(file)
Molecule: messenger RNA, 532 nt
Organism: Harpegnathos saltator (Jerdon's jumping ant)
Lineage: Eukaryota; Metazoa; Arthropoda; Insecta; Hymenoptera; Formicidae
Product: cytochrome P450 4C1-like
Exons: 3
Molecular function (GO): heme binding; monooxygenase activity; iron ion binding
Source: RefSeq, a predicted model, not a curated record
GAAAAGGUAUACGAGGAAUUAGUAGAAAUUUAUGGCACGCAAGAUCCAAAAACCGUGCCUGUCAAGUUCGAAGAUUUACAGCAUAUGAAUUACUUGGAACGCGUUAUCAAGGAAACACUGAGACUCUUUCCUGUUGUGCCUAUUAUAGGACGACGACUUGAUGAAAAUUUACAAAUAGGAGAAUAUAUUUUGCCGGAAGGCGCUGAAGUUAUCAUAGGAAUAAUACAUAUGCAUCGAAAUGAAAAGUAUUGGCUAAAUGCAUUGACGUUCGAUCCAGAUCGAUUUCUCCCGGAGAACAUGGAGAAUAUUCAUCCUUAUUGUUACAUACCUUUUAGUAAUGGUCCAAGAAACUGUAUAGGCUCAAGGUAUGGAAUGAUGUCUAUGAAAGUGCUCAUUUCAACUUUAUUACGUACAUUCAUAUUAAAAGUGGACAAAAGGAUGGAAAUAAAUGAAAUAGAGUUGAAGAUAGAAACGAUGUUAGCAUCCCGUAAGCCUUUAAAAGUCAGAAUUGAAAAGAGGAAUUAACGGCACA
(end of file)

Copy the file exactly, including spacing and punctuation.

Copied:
Molecule: messenger RNA, 532 nt
Organism: Harpegnathos saltator (Jerdon's jumping ant)
Lineage: Eukaryota; Metazoa; Arthropoda; Insecta; Hymenoptera; Formicidae
Product: cytochrome P450 4C1-like
Exons: 3
Molecular function (GO): heme binding; monooxygenase activity; iron ion binding
Source: RefSeq, a predicted model, not a curated record
GAAAAGGUAUACGAGGAAUUAGUAGAAAUUUAUGGCACGCAAGAUCCAAAAACCGUGCCUGUCAAGUUCGAAGAUUUACAGCAUAUGAAUUACUUGGAACGCGUUAUCAAGGAAACACUGAGACUCUUUCCUGUUGUGCCUAUUAUAGGACGACGACUUGAUGAAAAUUUACAAAUAGGAGAAUAUAUUUUGCCGGAAGGCGCUGAAGUUAUCAUAGGAAUAAUACAUAUGCAUCGAAAUGAAAAGUAUUGGCUAAAUGCAUUGACGUUCGAUCCAGAUCGAUUUCUCCCGGAGAACAUGGAGAAUAUUCAUCCUUAUUGUUACAUACCUUUUAGUAAUGGUCCAAGAAACUGUAUAGGCUCAAGGUAUGGAAUGAUGUCUAUGAAAGUGCUCAUUUCAACUUUAUUACGUACAUUCAUAUUAAAAGUGGACAAAAGGAUGGAAAUAAAUGAAAUAGAGUUGAAGAUAGAAACGAUGUUAGCAUCCCGUAAGCCUUUAAAAGUCAGAAUUGAAAAGAGGAAUUAACGGCACA